This column, and our work at Israel’s Media Watch since 1995, concerns monitoring Israel’s local media. Our objectives are among other things to uncover and analyze bias and unethical journalistic practices. Our work aims to strengthen Israel’s democracy.
Media bias is not a red herring.
It is not a tool in the bag of rightwing tricks. News media bias is real.
It exists, Left, Right and Center.
Is that so bad? Well, yes. Bias in reporting directly impacts voting patterns, for example.
The great difficulty with bias is that it is not restricted to one issue or one reporter. Bias does not remain at the lower levels of media production such as on-air reporting and news.
Eventually it ascends the hierarchy to become part of the analysis and commentary, and then reaches the offices of the editors and directors.
L. Brent Bozell, a fierce critic of liberal bias, noting that it can be elusive, remarked that “just as there is no such thing as purely objective news, there is no purely objective way to measure news bias.” Nevertheless, measurements can expose its existence.
Tim Groseclose, political science professor at UCLA, is the author of the book, Left Turn: How Liberal Media Bias Distorts the American Mind. Three of his models of bias are quite applicable to the Israeli experience. They are: newsrooms filled overwhelmingly with liberals; the liberal press assuring its continued existence through self-selection; and editors who even if they do want to support pluralism have a hard time finding conservatives who want to be journalists.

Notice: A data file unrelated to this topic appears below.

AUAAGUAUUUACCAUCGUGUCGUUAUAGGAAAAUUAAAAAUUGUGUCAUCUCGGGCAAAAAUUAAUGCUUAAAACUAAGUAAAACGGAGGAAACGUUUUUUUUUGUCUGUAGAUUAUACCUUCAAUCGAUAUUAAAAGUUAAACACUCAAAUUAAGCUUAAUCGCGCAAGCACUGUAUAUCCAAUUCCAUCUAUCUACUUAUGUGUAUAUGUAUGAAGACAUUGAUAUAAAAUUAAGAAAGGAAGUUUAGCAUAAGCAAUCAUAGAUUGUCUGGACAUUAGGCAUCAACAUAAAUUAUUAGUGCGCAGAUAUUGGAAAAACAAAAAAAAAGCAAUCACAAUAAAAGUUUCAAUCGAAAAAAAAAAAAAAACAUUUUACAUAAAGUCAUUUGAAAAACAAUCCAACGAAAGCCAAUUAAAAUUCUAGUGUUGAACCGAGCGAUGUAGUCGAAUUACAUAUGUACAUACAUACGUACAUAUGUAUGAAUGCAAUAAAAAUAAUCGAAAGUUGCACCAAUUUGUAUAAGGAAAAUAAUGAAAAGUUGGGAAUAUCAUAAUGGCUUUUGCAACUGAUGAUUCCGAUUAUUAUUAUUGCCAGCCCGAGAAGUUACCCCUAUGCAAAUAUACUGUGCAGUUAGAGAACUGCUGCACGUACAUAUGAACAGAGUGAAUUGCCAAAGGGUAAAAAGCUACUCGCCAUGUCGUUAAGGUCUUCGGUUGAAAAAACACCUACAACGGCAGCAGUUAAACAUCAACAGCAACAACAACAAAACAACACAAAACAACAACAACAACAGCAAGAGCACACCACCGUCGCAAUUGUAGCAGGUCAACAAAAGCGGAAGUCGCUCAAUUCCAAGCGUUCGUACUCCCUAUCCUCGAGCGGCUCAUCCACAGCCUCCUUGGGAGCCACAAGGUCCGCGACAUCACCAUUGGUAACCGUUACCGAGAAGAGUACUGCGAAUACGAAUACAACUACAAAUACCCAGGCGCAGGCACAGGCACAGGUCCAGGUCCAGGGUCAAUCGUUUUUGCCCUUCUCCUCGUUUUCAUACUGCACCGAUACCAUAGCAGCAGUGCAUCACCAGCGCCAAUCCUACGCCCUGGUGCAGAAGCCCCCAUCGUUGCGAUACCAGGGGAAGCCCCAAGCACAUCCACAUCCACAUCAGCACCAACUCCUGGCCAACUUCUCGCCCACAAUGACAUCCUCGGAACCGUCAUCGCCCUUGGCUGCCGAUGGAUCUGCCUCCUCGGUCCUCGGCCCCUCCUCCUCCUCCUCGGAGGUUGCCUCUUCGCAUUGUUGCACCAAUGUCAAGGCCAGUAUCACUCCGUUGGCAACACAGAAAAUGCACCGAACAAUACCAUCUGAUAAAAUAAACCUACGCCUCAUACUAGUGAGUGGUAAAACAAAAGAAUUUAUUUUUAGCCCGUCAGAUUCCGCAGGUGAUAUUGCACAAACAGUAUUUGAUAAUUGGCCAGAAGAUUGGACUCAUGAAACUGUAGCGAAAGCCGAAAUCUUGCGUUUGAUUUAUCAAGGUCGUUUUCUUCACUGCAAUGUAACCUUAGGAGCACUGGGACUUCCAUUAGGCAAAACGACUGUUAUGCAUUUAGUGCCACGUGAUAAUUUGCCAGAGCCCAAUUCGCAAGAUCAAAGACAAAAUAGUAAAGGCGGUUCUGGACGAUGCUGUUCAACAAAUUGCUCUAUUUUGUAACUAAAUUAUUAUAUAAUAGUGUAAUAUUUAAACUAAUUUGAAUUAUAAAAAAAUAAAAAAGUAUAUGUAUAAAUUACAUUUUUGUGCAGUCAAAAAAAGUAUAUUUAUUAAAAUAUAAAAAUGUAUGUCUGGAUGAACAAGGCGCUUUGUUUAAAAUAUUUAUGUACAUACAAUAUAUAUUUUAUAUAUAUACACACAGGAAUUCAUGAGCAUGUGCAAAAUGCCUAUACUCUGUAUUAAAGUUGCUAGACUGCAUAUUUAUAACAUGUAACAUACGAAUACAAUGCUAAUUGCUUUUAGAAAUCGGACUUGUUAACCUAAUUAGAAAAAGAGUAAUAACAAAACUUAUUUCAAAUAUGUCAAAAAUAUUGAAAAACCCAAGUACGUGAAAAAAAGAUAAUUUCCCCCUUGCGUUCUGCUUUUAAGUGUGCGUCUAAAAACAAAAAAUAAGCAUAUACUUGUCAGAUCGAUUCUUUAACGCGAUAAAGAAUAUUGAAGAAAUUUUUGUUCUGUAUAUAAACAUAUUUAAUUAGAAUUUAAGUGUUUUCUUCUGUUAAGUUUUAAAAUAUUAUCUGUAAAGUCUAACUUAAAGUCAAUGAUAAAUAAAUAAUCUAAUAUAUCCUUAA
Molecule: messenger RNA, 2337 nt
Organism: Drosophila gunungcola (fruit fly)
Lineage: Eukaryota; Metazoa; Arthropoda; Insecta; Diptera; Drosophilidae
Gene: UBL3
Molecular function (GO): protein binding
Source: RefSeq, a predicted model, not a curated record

This past month, the BBC was subjected to an investigation by Ofcom.
Ofcom is the communications regulator in the UK, charged with protecting the public from “sharp practices.”
It operates under a number of Acts of Parliament, in particular the Communications Act 2003 which decrees that Ofcom’s principal duty is to further the interests of citizens and of consumers.
The finding was that while 62 percent of the population who watched BBC News rated it highly for being “accurate and reliable,” while just under half (48%) rated the BBC highly for being “impartial and unbiased.” The gap between the two findings points to a problem of trustworthiness as well as a media consumer society that is either naïve or confused. That framework exists in Israel no less than in any other country.
What is different in our Israeli experience is that no government agency, or for that matter any of the state-sponsored broadcasting networks, has engaged in any similar studies of their own output. The government takes our money but does not provide us an opportunity to get our money’s worth of fair supervision. Worse, the ombudsmen whose job is to receive complaints and investigate them are often, as our many studies have illustrated, either unwilling to take a principled stance, fall in line with the network or run up against a system that ignores their judgments.
Of course, there are those who perceive a strong right-wing bias in the media. In his December 24 Haaretz column, left-wing extremist Gideon Levy wrote that “religious ultranationalism... has won, big time” and pointed to a supposed “takeover of the debate,” claiming that the “inroads into the media have already been made.” A few days earlier, in the midst of the brouhaha over Channel 20’s criticism of President Reuven Rivlin’s participation at Haaretz’s New York Conference earlier in December, Erel Segal responded.